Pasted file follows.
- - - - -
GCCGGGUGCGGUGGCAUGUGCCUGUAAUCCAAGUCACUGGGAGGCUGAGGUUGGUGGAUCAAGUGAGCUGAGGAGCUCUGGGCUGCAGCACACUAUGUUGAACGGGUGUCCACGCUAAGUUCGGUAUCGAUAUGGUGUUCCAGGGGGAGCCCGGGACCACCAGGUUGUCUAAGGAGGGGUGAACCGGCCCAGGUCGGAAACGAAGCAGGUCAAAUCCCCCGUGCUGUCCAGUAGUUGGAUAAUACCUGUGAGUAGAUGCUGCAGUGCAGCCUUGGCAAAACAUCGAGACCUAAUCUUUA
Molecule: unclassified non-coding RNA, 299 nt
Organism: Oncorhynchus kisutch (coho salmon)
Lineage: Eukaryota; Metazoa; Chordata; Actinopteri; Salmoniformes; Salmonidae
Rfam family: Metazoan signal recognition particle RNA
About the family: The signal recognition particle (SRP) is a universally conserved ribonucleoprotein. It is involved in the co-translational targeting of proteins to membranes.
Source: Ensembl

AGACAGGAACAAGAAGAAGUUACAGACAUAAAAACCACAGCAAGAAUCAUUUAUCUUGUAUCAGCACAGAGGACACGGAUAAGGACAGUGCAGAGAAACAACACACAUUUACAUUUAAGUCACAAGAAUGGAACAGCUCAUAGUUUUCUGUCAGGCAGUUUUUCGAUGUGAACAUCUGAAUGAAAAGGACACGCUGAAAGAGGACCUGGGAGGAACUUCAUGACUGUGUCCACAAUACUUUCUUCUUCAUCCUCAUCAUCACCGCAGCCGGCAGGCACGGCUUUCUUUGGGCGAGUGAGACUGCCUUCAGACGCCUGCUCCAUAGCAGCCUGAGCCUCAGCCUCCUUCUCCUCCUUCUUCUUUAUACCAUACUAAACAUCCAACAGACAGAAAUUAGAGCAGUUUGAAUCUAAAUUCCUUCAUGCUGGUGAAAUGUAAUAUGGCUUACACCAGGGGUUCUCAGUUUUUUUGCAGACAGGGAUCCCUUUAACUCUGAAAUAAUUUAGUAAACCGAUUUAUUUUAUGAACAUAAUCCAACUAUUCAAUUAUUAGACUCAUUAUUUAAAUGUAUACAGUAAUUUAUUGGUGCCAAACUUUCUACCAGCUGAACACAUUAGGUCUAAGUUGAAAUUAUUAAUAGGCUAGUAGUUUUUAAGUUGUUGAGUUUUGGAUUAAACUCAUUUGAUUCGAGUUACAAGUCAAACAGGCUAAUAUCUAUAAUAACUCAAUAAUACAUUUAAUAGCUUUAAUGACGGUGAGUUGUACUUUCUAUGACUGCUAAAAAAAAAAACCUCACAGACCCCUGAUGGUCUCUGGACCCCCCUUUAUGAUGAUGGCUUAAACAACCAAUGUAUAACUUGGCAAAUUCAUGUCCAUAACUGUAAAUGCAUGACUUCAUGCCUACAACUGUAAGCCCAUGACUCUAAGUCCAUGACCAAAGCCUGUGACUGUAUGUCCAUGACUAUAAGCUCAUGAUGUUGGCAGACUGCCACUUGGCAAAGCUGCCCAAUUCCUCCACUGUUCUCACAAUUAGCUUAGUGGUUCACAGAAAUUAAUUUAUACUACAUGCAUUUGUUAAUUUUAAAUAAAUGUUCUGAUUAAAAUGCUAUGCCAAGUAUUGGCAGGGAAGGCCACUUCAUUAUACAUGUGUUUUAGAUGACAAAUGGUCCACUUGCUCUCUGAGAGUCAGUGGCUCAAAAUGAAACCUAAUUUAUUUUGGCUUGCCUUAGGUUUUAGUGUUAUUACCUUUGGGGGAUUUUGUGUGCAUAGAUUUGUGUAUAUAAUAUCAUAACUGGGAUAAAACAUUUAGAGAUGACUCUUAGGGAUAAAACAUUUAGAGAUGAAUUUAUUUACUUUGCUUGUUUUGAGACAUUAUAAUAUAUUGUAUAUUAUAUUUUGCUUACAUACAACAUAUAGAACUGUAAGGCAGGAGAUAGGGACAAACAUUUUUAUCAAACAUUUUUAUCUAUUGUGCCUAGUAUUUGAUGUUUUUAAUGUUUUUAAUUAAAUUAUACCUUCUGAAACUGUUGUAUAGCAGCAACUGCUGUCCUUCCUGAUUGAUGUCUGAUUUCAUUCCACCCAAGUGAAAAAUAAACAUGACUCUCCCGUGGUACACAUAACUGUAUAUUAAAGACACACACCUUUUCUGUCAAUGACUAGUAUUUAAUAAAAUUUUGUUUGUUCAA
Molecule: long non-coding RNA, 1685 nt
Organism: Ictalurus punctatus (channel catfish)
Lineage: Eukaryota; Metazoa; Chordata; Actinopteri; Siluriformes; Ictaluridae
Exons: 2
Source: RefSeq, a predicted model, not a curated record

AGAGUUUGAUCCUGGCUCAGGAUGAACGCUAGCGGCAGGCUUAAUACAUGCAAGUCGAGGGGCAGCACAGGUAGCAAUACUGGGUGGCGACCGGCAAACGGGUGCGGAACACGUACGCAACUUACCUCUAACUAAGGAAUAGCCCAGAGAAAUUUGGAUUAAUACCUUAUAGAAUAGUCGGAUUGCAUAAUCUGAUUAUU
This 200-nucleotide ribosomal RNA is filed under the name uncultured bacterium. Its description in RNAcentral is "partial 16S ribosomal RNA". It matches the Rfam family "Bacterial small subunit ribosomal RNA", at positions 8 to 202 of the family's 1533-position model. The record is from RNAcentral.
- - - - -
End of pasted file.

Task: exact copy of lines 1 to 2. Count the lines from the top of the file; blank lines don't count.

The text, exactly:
GCCGGGUGCGGUGGCAUGUGCCUGUAAUCCAAGUCACUGGGAGGCUGAGGUUGGUGGAUCAAGUGAGCUGAGGAGCUCUGGGCUGCAGCACACUAUGUUGAACGGGUGUCCACGCUAAGUUCGGUAUCGAUAUGGUGUUCCAGGGGGAGCCCGGGACCACCAGGUUGUCUAAGGAGGGGUGAACCGGCCCAGGUCGGAAACGAAGCAGGUCAAAUCCCCCGUGCUGUCCAGUAGUUGGAUAAUACCUGUGAGUAGAUGCUGCAGUGCAGCCUUGGCAAAACAUCGAGACCUAAUCUUUA
Molecule: unclassified non-coding RNA, 299 nt